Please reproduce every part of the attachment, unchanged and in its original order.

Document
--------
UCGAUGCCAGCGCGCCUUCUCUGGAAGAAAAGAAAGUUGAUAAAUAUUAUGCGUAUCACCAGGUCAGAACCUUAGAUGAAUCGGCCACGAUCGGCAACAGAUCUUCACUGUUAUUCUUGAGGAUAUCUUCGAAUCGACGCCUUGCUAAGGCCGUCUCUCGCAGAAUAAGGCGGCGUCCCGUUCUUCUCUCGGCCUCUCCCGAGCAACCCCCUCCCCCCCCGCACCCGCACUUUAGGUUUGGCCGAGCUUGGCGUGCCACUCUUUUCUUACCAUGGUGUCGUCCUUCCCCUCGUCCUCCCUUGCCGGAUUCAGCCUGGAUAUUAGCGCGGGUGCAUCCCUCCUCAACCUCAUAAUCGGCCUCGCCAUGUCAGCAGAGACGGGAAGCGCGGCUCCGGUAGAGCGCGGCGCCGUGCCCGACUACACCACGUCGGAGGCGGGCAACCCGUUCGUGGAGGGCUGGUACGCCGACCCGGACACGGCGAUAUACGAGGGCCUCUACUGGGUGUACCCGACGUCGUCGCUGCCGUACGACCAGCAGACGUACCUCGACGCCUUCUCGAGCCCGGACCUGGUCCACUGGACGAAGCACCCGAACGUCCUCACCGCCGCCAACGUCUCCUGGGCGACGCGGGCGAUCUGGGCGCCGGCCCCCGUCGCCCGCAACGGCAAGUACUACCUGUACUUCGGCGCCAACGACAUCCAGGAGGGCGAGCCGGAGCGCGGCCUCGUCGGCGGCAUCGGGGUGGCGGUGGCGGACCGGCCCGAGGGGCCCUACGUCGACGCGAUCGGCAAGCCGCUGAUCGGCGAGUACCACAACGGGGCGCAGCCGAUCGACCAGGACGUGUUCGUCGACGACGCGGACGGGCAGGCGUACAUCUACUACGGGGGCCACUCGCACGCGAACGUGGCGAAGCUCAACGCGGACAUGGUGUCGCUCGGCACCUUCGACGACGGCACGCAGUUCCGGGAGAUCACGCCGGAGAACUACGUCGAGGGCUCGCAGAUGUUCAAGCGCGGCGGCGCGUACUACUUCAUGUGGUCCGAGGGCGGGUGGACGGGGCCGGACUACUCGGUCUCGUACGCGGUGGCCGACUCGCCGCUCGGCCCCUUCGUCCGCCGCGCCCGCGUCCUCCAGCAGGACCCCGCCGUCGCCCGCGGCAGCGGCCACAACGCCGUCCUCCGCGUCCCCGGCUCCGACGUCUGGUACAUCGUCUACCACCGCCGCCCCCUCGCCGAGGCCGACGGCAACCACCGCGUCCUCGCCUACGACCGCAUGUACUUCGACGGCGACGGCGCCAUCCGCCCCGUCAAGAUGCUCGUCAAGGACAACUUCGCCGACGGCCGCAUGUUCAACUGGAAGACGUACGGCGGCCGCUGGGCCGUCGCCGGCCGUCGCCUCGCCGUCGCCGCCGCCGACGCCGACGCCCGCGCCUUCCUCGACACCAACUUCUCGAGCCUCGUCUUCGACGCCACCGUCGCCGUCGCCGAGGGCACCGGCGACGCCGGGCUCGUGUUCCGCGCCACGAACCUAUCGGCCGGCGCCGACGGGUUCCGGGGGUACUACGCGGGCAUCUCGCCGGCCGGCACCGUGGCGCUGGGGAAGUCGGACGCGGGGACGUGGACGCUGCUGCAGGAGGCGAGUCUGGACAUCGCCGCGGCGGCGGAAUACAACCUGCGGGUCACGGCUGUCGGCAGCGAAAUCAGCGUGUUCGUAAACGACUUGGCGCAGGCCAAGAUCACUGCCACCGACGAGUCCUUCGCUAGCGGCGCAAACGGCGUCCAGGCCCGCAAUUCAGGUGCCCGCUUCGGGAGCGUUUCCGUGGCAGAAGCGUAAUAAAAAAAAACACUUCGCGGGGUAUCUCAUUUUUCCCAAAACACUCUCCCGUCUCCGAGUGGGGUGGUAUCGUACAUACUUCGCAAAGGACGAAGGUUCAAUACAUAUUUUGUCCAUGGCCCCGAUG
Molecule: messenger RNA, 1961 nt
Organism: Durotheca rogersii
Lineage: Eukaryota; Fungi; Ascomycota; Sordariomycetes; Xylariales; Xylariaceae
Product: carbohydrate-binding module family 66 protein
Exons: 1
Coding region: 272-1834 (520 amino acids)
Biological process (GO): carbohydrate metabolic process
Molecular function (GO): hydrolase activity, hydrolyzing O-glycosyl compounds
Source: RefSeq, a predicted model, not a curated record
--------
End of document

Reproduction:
UCGAUGCCAGCGCGCCUUCUCUGGAAGAAAAGAAAGUUGAUAAAUAUUAUGCGUAUCACCAGGUCAGAACCUUAGAUGAAUCGGCCACGAUCGGCAACAGAUCUUCACUGUUAUUCUUGAGGAUAUCUUCGAAUCGACGCCUUGCUAAGGCCGUCUCUCGCAGAAUAAGGCGGCGUCCCGUUCUUCUCUCGGCCUCUCCCGAGCAACCCCCUCCCCCCCCGCACCCGCACUUUAGGUUUGGCCGAGCUUGGCGUGCCACUCUUUUCUUACCAUGGUGUCGUCCUUCCCCUCGUCCUCCCUUGCCGGAUUCAGCCUGGAUAUUAGCGCGGGUGCAUCCCUCCUCAACCUCAUAAUCGGCCUCGCCAUGUCAGCAGAGACGGGAAGCGCGGCUCCGGUAGAGCGCGGCGCCGUGCCCGACUACACCACGUCGGAGGCGGGCAACCCGUUCGUGGAGGGCUGGUACGCCGACCCGGACACGGCGAUAUACGAGGGCCUCUACUGGGUGUACCCGACGUCGUCGCUGCCGUACGACCAGCAGACGUACCUCGACGCCUUCUCGAGCCCGGACCUGGUCCACUGGACGAAGCACCCGAACGUCCUCACCGCCGCCAACGUCUCCUGGGCGACGCGGGCGAUCUGGGCGCCGGCCCCCGUCGCCCGCAACGGCAAGUACUACCUGUACUUCGGCGCCAACGACAUCCAGGAGGGCGAGCCGGAGCGCGGCCUCGUCGGCGGCAUCGGGGUGGCGGUGGCGGACCGGCCCGAGGGGCCCUACGUCGACGCGAUCGGCAAGCCGCUGAUCGGCGAGUACCACAACGGGGCGCAGCCGAUCGACCAGGACGUGUUCGUCGACGACGCGGACGGGCAGGCGUACAUCUACUACGGGGGCCACUCGCACGCGAACGUGGCGAAGCUCAACGCGGACAUGGUGUCGCUCGGCACCUUCGACGACGGCACGCAGUUCCGGGAGAUCACGCCGGAGAACUACGUCGAGGGCUCGCAGAUGUUCAAGCGCGGCGGCGCGUACUACUUCAUGUGGUCCGAGGGCGGGUGGACGGGGCCGGACUACUCGGUCUCGUACGCGGUGGCCGACUCGCCGCUCGGCCCCUUCGUCCGCCGCGCCCGCGUCCUCCAGCAGGACCCCGCCGUCGCCCGCGGCAGCGGCCACAACGCCGUCCUCCGCGUCCCCGGCUCCGACGUCUGGUACAUCGUCUACCACCGCCGCCCCCUCGCCGAGGCCGACGGCAACCACCGCGUCCUCGCCUACGACCGCAUGUACUUCGACGGCGACGGCGCCAUCCGCCCCGUCAAGAUGCUCGUCAAGGACAACUUCGCCGACGGCCGCAUGUUCAACUGGAAGACGUACGGCGGCCGCUGGGCCGUCGCCGGCCGUCGCCUCGCCGUCGCCGCCGCCGACGCCGACGCCCGCGCCUUCCUCGACACCAACUUCUCGAGCCUCGUCUUCGACGCCACCGUCGCCGUCGCCGAGGGCACCGGCGACGCCGGGCUCGUGUUCCGCGCCACGAACCUAUCGGCCGGCGCCGACGGGUUCCGGGGGUACUACGCGGGCAUCUCGCCGGCCGGCACCGUGGCGCUGGGGAAGUCGGACGCGGGGACGUGGACGCUGCUGCAGGAGGCGAGUCUGGACAUCGCCGCGGCGGCGGAAUACAACCUGCGGGUCACGGCUGUCGGCAGCGAAAUCAGCGUGUUCGUAAACGACUUGGCGCAGGCCAAGAUCACUGCCACCGACGAGUCCUUCGCUAGCGGCGCAAACGGCGUCCAGGCCCGCAAUUCAGGUGCCCGCUUCGGGAGCGUUUCCGUGGCAGAAGCGUAAUAAAAAAAAACACUUCGCGGGGUAUCUCAUUUUUCCCAAAACACUCUCCCGUCUCCGAGUGGGGUGGUAUCGUACAUACUUCGCAAAGGACGAAGGUUCAAUACAUAUUUUGUCCAUGGCCCCGAUG
Molecule: messenger RNA, 1961 nt
Organism: Durotheca rogersii
Lineage: Eukaryota; Fungi; Ascomycota; Sordariomycetes; Xylariales; Xylariaceae
Product: carbohydrate-binding module family 66 protein
Exons: 1
Coding region: 272-1834 (520 amino acids)
Biological process (GO): carbohydrate metabolic process
Molecular function (GO): hydrolase activity, hydrolyzing O-glycosyl compounds
Source: RefSeq, a predicted model, not a curated record